Soup and salad make excellent dinners because they offer a wide variety of combinations to choose from. You can go the hearty route for those winter evenings, or try something a little lighter when the summer heat kicks in. Reversing the order and making salad your main course with soup on the side also offers alternatives when planning your dinner menu.
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A good, robust soup can be both filling and comforting on cold nights. Chowders, stews, and bean-based and pureed soups make for a hearty meal. Along with a traditional clam chowder, try corn or potato-based chowders that can incorporate Italian, Indian or Mexican spices easily for variations on the theme. White, black and red beans along with lentils and split peas make good foundations for thicker soups and stews while also providing protein and dietary fiber.
Leafy green salads pair well with any of these soups, along with a heavy-crusted bread like ciabatta or sourdough. If you would like to stay with a warm dinner, try a wilted spinach salad with sautéed onions and red peppers.
For those nights when you need something less substantial or the thermometer is reaching the high numbers, try a broth or even a cold soup like gazpacho or vichyssoise. Chicken noodle is a standard, but using beef broth and adding small chunks of sirloin, carrots, onion and celery also works well. When looking for a slightly different or exotic taste, try dissolving miso into a chicken or vegetable broth. Miso soup is well-known in Japanese restaurants and is cheap and easy to make at home by purchasing miso paste at the supermarket. Add chopped green onions, chicken or tofu to complete the soup.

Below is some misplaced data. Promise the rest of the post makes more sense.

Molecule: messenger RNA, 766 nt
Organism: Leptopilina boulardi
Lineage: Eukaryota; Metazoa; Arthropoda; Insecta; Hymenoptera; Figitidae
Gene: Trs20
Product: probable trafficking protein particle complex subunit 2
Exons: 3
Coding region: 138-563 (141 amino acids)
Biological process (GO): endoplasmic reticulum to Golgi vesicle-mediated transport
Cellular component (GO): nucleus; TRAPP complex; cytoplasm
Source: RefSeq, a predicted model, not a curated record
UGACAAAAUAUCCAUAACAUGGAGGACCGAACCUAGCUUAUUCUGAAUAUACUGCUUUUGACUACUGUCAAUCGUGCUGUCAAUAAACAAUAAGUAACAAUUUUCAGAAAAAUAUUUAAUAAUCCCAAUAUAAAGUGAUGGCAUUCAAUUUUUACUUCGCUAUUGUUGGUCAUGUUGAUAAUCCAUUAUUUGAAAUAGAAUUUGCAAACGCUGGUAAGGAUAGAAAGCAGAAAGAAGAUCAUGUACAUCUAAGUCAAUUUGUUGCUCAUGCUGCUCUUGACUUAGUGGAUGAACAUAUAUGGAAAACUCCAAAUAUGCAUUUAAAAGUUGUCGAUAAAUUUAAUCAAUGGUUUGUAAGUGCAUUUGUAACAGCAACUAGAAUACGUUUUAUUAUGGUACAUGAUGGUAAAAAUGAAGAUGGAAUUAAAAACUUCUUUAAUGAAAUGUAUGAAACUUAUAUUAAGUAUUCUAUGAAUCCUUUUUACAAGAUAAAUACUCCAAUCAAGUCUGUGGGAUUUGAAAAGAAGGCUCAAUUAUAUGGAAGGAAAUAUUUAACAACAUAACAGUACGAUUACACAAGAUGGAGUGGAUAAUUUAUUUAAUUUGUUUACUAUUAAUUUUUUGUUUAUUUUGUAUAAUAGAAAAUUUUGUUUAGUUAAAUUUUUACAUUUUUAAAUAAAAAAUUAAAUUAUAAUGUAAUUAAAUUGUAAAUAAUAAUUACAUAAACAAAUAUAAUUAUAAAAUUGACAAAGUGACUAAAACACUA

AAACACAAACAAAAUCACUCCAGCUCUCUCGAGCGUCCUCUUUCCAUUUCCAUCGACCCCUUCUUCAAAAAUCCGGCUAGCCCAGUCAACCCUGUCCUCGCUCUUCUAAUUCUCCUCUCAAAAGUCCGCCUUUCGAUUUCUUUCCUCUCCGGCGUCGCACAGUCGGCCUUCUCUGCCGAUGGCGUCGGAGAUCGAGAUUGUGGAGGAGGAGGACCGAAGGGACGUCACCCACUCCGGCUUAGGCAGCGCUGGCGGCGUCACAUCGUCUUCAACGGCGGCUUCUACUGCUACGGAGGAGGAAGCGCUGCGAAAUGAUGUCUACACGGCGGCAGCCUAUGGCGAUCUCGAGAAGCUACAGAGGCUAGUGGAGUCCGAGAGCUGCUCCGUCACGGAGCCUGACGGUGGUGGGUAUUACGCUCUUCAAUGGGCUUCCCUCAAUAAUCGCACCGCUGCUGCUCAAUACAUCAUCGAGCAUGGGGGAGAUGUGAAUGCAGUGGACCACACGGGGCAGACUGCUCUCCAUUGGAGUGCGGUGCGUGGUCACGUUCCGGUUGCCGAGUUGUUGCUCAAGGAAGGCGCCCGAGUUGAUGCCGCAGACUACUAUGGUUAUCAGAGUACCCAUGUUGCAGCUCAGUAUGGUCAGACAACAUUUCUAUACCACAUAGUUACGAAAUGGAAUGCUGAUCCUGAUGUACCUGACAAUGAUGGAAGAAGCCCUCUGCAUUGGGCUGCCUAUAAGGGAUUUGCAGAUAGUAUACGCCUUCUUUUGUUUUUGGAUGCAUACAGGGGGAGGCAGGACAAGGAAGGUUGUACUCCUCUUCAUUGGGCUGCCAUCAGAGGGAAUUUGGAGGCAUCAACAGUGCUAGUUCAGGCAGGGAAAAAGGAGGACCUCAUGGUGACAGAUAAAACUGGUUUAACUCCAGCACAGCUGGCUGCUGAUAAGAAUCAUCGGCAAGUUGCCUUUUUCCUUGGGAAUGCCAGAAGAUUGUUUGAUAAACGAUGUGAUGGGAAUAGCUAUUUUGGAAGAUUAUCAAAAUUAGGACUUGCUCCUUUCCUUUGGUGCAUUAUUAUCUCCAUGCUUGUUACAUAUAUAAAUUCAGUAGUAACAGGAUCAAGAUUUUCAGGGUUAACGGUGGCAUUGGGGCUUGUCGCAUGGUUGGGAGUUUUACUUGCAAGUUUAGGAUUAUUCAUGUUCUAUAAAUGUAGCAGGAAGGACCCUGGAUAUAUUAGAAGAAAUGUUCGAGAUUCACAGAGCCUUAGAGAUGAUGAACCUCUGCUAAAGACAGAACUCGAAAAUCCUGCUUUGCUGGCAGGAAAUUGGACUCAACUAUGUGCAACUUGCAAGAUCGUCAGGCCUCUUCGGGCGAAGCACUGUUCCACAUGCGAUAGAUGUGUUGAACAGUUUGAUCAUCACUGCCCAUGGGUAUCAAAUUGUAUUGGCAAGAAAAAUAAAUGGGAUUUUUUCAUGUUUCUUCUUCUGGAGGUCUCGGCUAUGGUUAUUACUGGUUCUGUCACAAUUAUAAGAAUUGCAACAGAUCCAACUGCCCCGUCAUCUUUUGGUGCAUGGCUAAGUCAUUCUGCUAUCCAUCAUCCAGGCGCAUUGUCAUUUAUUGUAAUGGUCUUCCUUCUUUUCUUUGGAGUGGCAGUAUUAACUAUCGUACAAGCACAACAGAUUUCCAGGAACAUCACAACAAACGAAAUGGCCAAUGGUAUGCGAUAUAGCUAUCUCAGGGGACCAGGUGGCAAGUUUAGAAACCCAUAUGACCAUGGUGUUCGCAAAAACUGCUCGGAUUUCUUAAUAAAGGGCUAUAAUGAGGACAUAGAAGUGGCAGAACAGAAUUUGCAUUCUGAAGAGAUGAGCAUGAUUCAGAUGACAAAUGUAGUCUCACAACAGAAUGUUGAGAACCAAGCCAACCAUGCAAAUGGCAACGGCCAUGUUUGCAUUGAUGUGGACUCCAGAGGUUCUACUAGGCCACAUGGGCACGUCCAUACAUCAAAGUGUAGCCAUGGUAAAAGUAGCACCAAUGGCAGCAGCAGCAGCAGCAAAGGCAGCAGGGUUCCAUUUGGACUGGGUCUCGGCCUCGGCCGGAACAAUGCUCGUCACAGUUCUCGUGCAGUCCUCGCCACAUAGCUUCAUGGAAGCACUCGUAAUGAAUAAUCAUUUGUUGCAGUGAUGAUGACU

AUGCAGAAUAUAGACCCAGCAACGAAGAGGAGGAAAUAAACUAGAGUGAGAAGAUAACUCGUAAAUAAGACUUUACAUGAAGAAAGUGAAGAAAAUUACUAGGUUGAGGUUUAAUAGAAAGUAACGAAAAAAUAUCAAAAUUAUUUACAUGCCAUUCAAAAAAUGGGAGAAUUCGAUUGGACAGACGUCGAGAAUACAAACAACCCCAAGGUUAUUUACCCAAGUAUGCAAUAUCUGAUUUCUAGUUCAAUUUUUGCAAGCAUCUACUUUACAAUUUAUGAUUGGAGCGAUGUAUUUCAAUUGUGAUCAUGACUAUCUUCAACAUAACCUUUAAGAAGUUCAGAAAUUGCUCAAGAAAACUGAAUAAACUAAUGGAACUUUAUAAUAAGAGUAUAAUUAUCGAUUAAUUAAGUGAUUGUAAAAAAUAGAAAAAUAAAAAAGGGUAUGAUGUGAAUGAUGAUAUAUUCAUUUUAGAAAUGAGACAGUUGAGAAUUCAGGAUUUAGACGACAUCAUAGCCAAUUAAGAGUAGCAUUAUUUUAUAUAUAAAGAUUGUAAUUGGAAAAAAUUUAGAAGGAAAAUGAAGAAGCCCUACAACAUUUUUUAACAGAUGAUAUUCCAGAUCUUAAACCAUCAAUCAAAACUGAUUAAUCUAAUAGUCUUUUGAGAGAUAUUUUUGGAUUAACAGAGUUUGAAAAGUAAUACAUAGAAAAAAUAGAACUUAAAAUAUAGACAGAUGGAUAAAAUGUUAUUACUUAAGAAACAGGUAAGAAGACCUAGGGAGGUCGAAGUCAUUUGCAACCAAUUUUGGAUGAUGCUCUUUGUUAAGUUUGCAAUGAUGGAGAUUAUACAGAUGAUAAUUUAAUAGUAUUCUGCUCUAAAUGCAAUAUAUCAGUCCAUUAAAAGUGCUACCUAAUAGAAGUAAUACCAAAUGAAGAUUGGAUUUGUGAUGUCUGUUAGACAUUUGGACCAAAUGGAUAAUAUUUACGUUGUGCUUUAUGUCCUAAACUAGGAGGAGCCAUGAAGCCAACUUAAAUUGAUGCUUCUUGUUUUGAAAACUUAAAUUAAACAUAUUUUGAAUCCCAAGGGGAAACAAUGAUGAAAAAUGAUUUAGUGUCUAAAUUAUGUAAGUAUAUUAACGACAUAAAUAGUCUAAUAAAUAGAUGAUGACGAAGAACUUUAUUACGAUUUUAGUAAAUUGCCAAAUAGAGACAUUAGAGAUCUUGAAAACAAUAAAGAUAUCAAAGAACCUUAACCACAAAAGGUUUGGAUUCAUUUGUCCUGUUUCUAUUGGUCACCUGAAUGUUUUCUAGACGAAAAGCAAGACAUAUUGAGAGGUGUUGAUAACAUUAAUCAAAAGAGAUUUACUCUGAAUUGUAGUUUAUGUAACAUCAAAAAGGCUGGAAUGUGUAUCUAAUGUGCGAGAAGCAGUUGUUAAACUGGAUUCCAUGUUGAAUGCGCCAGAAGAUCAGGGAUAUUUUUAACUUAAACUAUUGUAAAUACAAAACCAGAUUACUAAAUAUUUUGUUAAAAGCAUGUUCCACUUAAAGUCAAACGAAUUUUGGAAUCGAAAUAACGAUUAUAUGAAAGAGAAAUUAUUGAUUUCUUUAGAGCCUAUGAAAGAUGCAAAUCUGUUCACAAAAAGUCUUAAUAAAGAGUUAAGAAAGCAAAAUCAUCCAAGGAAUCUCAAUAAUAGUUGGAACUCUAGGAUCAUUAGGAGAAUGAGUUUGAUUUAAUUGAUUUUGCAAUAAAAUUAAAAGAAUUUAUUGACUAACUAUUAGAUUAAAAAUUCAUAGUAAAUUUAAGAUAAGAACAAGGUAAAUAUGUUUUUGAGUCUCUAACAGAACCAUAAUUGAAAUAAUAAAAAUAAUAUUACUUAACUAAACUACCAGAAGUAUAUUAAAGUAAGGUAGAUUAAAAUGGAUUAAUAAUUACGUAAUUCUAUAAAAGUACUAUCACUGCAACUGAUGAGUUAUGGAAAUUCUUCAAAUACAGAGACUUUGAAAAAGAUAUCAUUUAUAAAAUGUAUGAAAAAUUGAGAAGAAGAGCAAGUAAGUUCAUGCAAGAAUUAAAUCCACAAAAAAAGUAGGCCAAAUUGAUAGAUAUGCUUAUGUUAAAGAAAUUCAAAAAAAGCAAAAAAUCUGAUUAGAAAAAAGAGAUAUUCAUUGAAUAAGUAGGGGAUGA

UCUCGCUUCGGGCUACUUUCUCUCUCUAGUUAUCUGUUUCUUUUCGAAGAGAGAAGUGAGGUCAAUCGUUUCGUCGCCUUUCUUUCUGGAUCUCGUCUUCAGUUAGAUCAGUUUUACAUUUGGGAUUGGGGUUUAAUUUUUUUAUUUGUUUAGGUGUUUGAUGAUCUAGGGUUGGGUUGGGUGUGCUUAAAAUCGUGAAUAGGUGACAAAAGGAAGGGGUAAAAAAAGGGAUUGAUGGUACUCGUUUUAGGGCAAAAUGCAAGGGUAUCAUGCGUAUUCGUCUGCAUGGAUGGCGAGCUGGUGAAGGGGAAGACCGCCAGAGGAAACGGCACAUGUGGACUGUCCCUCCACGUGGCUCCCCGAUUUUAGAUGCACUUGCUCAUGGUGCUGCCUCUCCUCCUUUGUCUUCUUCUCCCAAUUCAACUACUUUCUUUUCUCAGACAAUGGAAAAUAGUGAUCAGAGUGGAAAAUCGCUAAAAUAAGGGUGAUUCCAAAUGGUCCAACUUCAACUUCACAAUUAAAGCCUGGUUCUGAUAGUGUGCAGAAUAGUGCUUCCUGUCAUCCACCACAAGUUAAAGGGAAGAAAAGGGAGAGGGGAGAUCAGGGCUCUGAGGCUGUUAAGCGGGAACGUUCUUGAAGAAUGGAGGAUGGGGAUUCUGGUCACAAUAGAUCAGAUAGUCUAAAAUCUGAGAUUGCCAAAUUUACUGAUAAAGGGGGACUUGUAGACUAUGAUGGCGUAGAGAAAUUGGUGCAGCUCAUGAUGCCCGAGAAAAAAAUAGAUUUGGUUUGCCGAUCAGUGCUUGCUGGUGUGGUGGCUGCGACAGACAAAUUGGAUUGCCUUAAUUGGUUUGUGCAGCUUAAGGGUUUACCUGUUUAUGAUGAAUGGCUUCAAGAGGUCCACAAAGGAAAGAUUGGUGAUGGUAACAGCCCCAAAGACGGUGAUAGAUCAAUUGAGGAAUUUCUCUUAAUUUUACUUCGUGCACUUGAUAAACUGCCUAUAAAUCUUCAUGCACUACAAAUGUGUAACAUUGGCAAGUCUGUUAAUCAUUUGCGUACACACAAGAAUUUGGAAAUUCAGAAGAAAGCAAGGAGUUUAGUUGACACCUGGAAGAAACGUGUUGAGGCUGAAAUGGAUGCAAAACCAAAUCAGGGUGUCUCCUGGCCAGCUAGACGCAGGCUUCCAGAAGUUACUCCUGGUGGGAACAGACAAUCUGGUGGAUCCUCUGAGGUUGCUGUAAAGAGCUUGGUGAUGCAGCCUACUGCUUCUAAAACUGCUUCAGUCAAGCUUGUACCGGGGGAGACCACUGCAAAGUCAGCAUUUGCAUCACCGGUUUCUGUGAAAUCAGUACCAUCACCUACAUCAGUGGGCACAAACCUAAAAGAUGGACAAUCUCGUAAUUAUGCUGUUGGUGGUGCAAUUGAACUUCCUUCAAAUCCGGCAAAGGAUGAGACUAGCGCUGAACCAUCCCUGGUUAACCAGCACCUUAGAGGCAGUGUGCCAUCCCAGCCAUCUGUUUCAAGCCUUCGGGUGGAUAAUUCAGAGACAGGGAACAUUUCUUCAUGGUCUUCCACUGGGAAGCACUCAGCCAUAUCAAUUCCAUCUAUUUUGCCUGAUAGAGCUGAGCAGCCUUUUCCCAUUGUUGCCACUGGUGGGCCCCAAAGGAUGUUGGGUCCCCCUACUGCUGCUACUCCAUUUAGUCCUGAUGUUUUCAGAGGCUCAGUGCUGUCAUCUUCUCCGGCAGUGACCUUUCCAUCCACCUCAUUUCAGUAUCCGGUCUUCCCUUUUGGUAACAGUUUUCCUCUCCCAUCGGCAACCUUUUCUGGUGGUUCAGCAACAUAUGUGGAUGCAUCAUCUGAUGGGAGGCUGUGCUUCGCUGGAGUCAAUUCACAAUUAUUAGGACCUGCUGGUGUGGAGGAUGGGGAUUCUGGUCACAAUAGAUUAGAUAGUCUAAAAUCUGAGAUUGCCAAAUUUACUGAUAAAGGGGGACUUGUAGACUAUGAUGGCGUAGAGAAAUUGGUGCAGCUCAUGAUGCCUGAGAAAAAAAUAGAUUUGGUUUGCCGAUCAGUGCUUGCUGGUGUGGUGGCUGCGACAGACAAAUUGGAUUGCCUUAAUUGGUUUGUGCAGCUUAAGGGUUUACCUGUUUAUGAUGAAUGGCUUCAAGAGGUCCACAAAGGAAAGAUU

While green salads are typically served with soup, you can also try salads made with cooked wild rice, millet, quinoa or whole-wheat pasta as the base. You can add raw, lightly steamed or sautéed vegetables to enhance any of these high-protein grains. These all provide a little added filler to complement the lighter soup without making the meal unduly heavy.
Vegetarian and Vegan Fare
Rich vegetable soups with a tomato base don't need to incorporate meat or milk into them. Blended soups can provide a creamy texture without using dairy products as their foundation. One way to thicken vegan or vegetarian soups is to puree two or three cups of freshly roasted vegetables and add that to a hot broth. This will add a rich flavor, color and thicken the soup nicely. Sweet potatoes, carrots, onions, celery and garlic work well for this purpose.
Traditional soups like cream of mushroom and broccoli can also be made without using cream. Use alternatives to milk products like soy or rice milks, pureed avocado, or tofu to provide the desired texture.